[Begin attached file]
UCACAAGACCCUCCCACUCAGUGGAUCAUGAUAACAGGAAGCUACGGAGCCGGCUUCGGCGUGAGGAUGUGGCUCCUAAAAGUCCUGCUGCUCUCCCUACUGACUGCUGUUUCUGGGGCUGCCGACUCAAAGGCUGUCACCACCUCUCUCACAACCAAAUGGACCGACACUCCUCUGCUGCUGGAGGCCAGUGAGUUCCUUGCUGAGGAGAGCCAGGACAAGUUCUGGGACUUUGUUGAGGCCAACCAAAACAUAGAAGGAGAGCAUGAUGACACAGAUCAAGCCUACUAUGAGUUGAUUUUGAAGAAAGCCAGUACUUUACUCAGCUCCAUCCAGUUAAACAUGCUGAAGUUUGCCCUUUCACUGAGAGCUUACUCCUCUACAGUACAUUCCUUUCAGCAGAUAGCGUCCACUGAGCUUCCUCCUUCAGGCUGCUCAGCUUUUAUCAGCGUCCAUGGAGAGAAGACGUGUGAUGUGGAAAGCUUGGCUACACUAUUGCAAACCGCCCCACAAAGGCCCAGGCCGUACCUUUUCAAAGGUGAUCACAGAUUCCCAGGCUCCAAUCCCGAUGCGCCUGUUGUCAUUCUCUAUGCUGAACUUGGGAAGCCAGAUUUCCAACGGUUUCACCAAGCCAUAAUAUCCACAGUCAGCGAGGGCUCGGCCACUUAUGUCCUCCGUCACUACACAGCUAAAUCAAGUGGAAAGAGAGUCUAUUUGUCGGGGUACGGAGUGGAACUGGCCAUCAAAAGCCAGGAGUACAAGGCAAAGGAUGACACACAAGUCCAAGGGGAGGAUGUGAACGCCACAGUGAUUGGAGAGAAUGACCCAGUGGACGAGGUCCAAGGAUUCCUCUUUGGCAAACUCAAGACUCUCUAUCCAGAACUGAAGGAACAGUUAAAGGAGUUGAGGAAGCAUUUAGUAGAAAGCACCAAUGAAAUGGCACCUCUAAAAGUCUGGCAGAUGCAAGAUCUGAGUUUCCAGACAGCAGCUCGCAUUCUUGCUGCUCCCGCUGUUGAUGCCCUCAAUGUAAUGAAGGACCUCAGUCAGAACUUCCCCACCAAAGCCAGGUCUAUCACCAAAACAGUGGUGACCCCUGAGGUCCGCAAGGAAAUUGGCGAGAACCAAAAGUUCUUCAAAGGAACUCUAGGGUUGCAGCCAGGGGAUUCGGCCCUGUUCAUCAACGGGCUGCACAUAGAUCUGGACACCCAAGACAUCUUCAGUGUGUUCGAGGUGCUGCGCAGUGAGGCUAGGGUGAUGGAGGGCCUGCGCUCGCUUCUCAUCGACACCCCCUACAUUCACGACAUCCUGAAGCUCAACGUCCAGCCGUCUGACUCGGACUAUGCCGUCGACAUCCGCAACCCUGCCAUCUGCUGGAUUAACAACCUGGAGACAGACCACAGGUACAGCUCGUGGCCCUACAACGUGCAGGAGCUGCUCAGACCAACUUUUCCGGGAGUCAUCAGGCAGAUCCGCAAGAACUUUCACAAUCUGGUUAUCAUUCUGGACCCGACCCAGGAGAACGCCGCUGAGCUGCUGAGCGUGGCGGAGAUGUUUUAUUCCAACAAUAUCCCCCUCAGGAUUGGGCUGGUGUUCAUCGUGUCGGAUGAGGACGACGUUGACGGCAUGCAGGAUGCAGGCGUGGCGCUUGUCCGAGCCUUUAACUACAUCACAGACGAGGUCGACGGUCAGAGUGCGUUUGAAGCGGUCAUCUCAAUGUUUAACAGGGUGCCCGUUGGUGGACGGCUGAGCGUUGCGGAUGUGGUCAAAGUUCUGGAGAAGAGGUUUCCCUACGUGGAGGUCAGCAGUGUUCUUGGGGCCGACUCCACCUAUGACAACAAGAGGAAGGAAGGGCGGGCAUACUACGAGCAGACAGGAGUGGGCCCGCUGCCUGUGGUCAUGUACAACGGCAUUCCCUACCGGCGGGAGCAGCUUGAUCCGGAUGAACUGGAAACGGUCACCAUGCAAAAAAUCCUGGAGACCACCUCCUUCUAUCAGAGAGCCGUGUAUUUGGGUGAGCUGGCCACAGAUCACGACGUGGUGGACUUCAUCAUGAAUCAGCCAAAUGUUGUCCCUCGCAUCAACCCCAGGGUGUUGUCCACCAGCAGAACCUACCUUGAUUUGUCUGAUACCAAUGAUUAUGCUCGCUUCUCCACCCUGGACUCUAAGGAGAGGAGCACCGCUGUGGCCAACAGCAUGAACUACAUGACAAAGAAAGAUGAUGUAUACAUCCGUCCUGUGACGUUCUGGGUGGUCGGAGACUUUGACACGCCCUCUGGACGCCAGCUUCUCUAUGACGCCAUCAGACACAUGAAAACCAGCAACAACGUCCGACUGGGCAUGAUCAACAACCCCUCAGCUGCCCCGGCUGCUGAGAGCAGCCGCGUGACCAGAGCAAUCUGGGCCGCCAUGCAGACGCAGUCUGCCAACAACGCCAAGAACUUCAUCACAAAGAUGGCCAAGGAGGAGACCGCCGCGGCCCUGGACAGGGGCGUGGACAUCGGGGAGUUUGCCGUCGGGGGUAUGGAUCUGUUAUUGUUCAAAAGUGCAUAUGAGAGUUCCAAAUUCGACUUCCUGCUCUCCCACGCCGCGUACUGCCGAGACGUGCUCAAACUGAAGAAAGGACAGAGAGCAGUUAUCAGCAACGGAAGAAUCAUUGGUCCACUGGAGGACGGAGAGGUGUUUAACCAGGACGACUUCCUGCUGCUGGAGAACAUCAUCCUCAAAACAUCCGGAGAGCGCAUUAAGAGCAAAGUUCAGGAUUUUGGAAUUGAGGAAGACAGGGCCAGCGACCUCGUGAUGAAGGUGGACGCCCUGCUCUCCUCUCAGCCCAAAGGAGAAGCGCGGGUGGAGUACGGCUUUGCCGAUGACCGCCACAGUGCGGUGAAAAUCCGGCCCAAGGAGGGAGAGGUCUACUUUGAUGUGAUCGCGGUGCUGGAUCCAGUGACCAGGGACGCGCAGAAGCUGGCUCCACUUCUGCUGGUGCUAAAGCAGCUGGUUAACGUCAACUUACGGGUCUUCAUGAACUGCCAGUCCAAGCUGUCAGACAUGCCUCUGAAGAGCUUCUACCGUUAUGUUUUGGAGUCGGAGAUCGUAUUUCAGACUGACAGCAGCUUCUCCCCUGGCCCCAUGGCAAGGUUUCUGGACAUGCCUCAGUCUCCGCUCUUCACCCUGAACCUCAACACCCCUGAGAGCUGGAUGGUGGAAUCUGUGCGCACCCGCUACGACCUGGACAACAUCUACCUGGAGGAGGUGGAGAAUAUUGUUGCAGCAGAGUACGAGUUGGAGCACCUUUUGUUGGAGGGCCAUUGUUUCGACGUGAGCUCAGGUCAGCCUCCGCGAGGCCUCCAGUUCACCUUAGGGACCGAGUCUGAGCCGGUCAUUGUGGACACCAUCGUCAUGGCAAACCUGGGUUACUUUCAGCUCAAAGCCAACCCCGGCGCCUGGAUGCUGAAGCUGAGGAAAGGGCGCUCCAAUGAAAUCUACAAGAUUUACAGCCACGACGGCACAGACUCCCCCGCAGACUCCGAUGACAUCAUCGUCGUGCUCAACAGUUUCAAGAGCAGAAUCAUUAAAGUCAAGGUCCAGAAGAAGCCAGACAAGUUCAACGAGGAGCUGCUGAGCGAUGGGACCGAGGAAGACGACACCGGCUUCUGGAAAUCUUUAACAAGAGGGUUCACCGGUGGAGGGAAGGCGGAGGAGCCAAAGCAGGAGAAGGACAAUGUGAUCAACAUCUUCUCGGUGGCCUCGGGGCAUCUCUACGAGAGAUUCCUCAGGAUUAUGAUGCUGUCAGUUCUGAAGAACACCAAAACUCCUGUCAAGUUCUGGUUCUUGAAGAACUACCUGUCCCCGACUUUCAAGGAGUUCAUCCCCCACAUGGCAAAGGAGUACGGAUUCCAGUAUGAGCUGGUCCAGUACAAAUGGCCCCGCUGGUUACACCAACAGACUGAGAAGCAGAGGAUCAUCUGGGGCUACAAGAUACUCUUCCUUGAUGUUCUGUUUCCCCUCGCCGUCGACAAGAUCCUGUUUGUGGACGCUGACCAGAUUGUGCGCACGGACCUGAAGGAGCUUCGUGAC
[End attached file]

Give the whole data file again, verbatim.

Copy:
UCACAAGACCCUCCCACUCAGUGGAUCAUGAUAACAGGAAGCUACGGAGCCGGCUUCGGCGUGAGGAUGUGGCUCCUAAAAGUCCUGCUGCUCUCCCUACUGACUGCUGUUUCUGGGGCUGCCGACUCAAAGGCUGUCACCACCUCUCUCACAACCAAAUGGACCGACACUCCUCUGCUGCUGGAGGCCAGUGAGUUCCUUGCUGAGGAGAGCCAGGACAAGUUCUGGGACUUUGUUGAGGCCAACCAAAACAUAGAAGGAGAGCAUGAUGACACAGAUCAAGCCUACUAUGAGUUGAUUUUGAAGAAAGCCAGUACUUUACUCAGCUCCAUCCAGUUAAACAUGCUGAAGUUUGCCCUUUCACUGAGAGCUUACUCCUCUACAGUACAUUCCUUUCAGCAGAUAGCGUCCACUGAGCUUCCUCCUUCAGGCUGCUCAGCUUUUAUCAGCGUCCAUGGAGAGAAGACGUGUGAUGUGGAAAGCUUGGCUACACUAUUGCAAACCGCCCCACAAAGGCCCAGGCCGUACCUUUUCAAAGGUGAUCACAGAUUCCCAGGCUCCAAUCCCGAUGCGCCUGUUGUCAUUCUCUAUGCUGAACUUGGGAAGCCAGAUUUCCAACGGUUUCACCAAGCCAUAAUAUCCACAGUCAGCGAGGGCUCGGCCACUUAUGUCCUCCGUCACUACACAGCUAAAUCAAGUGGAAAGAGAGUCUAUUUGUCGGGGUACGGAGUGGAACUGGCCAUCAAAAGCCAGGAGUACAAGGCAAAGGAUGACACACAAGUCCAAGGGGAGGAUGUGAACGCCACAGUGAUUGGAGAGAAUGACCCAGUGGACGAGGUCCAAGGAUUCCUCUUUGGCAAACUCAAGACUCUCUAUCCAGAACUGAAGGAACAGUUAAAGGAGUUGAGGAAGCAUUUAGUAGAAAGCACCAAUGAAAUGGCACCUCUAAAAGUCUGGCAGAUGCAAGAUCUGAGUUUCCAGACAGCAGCUCGCAUUCUUGCUGCUCCCGCUGUUGAUGCCCUCAAUGUAAUGAAGGACCUCAGUCAGAACUUCCCCACCAAAGCCAGGUCUAUCACCAAAACAGUGGUGACCCCUGAGGUCCGCAAGGAAAUUGGCGAGAACCAAAAGUUCUUCAAAGGAACUCUAGGGUUGCAGCCAGGGGAUUCGGCCCUGUUCAUCAACGGGCUGCACAUAGAUCUGGACACCCAAGACAUCUUCAGUGUGUUCGAGGUGCUGCGCAGUGAGGCUAGGGUGAUGGAGGGCCUGCGCUCGCUUCUCAUCGACACCCCCUACAUUCACGACAUCCUGAAGCUCAACGUCCAGCCGUCUGACUCGGACUAUGCCGUCGACAUCCGCAACCCUGCCAUCUGCUGGAUUAACAACCUGGAGACAGACCACAGGUACAGCUCGUGGCCCUACAACGUGCAGGAGCUGCUCAGACCAACUUUUCCGGGAGUCAUCAGGCAGAUCCGCAAGAACUUUCACAAUCUGGUUAUCAUUCUGGACCCGACCCAGGAGAACGCCGCUGAGCUGCUGAGCGUGGCGGAGAUGUUUUAUUCCAACAAUAUCCCCCUCAGGAUUGGGCUGGUGUUCAUCGUGUCGGAUGAGGACGACGUUGACGGCAUGCAGGAUGCAGGCGUGGCGCUUGUCCGAGCCUUUAACUACAUCACAGACGAGGUCGACGGUCAGAGUGCGUUUGAAGCGGUCAUCUCAAUGUUUAACAGGGUGCCCGUUGGUGGACGGCUGAGCGUUGCGGAUGUGGUCAAAGUUCUGGAGAAGAGGUUUCCCUACGUGGAGGUCAGCAGUGUUCUUGGGGCCGACUCCACCUAUGACAACAAGAGGAAGGAAGGGCGGGCAUACUACGAGCAGACAGGAGUGGGCCCGCUGCCUGUGGUCAUGUACAACGGCAUUCCCUACCGGCGGGAGCAGCUUGAUCCGGAUGAACUGGAAACGGUCACCAUGCAAAAAAUCCUGGAGACCACCUCCUUCUAUCAGAGAGCCGUGUAUUUGGGUGAGCUGGCCACAGAUCACGACGUGGUGGACUUCAUCAUGAAUCAGCCAAAUGUUGUCCCUCGCAUCAACCCCAGGGUGUUGUCCACCAGCAGAACCUACCUUGAUUUGUCUGAUACCAAUGAUUAUGCUCGCUUCUCCACCCUGGACUCUAAGGAGAGGAGCACCGCUGUGGCCAACAGCAUGAACUACAUGACAAAGAAAGAUGAUGUAUACAUCCGUCCUGUGACGUUCUGGGUGGUCGGAGACUUUGACACGCCCUCUGGACGCCAGCUUCUCUAUGACGCCAUCAGACACAUGAAAACCAGCAACAACGUCCGACUGGGCAUGAUCAACAACCCCUCAGCUGCCCCGGCUGCUGAGAGCAGCCGCGUGACCAGAGCAAUCUGGGCCGCCAUGCAGACGCAGUCUGCCAACAACGCCAAGAACUUCAUCACAAAGAUGGCCAAGGAGGAGACCGCCGCGGCCCUGGACAGGGGCGUGGACAUCGGGGAGUUUGCCGUCGGGGGUAUGGAUCUGUUAUUGUUCAAAAGUGCAUAUGAGAGUUCCAAAUUCGACUUCCUGCUCUCCCACGCCGCGUACUGCCGAGACGUGCUCAAACUGAAGAAAGGACAGAGAGCAGUUAUCAGCAACGGAAGAAUCAUUGGUCCACUGGAGGACGGAGAGGUGUUUAACCAGGACGACUUCCUGCUGCUGGAGAACAUCAUCCUCAAAACAUCCGGAGAGCGCAUUAAGAGCAAAGUUCAGGAUUUUGGAAUUGAGGAAGACAGGGCCAGCGACCUCGUGAUGAAGGUGGACGCCCUGCUCUCCUCUCAGCCCAAAGGAGAAGCGCGGGUGGAGUACGGCUUUGCCGAUGACCGCCACAGUGCGGUGAAAAUCCGGCCCAAGGAGGGAGAGGUCUACUUUGAUGUGAUCGCGGUGCUGGAUCCAGUGACCAGGGACGCGCAGAAGCUGGCUCCACUUCUGCUGGUGCUAAAGCAGCUGGUUAACGUCAACUUACGGGUCUUCAUGAACUGCCAGUCCAAGCUGUCAGACAUGCCUCUGAAGAGCUUCUACCGUUAUGUUUUGGAGUCGGAGAUCGUAUUUCAGACUGACAGCAGCUUCUCCCCUGGCCCCAUGGCAAGGUUUCUGGACAUGCCUCAGUCUCCGCUCUUCACCCUGAACCUCAACACCCCUGAGAGCUGGAUGGUGGAAUCUGUGCGCACCCGCUACGACCUGGACAACAUCUACCUGGAGGAGGUGGAGAAUAUUGUUGCAGCAGAGUACGAGUUGGAGCACCUUUUGUUGGAGGGCCAUUGUUUCGACGUGAGCUCAGGUCAGCCUCCGCGAGGCCUCCAGUUCACCUUAGGGACCGAGUCUGAGCCGGUCAUUGUGGACACCAUCGUCAUGGCAAACCUGGGUUACUUUCAGCUCAAAGCCAACCCCGGCGCCUGGAUGCUGAAGCUGAGGAAAGGGCGCUCCAAUGAAAUCUACAAGAUUUACAGCCACGACGGCACAGACUCCCCCGCAGACUCCGAUGACAUCAUCGUCGUGCUCAACAGUUUCAAGAGCAGAAUCAUUAAAGUCAAGGUCCAGAAGAAGCCAGACAAGUUCAACGAGGAGCUGCUGAGCGAUGGGACCGAGGAAGACGACACCGGCUUCUGGAAAUCUUUAACAAGAGGGUUCACCGGUGGAGGGAAGGCGGAGGAGCCAAAGCAGGAGAAGGACAAUGUGAUCAACAUCUUCUCGGUGGCCUCGGGGCAUCUCUACGAGAGAUUCCUCAGGAUUAUGAUGCUGUCAGUUCUGAAGAACACCAAAACUCCUGUCAAGUUCUGGUUCUUGAAGAACUACCUGUCCCCGACUUUCAAGGAGUUCAUCCCCCACAUGGCAAAGGAGUACGGAUUCCAGUAUGAGCUGGUCCAGUACAAAUGGCCCCGCUGGUUACACCAACAGACUGAGAAGCAGAGGAUCAUCUGGGGCUACAAGAUACUCUUCCUUGAUGUUCUGUUUCCCCUCGCCGUCGACAAGAUCCUGUUUGUGGACGCUGACCAGAUUGUGCGCACGGACCUGAAGGAGCUUCGUGAC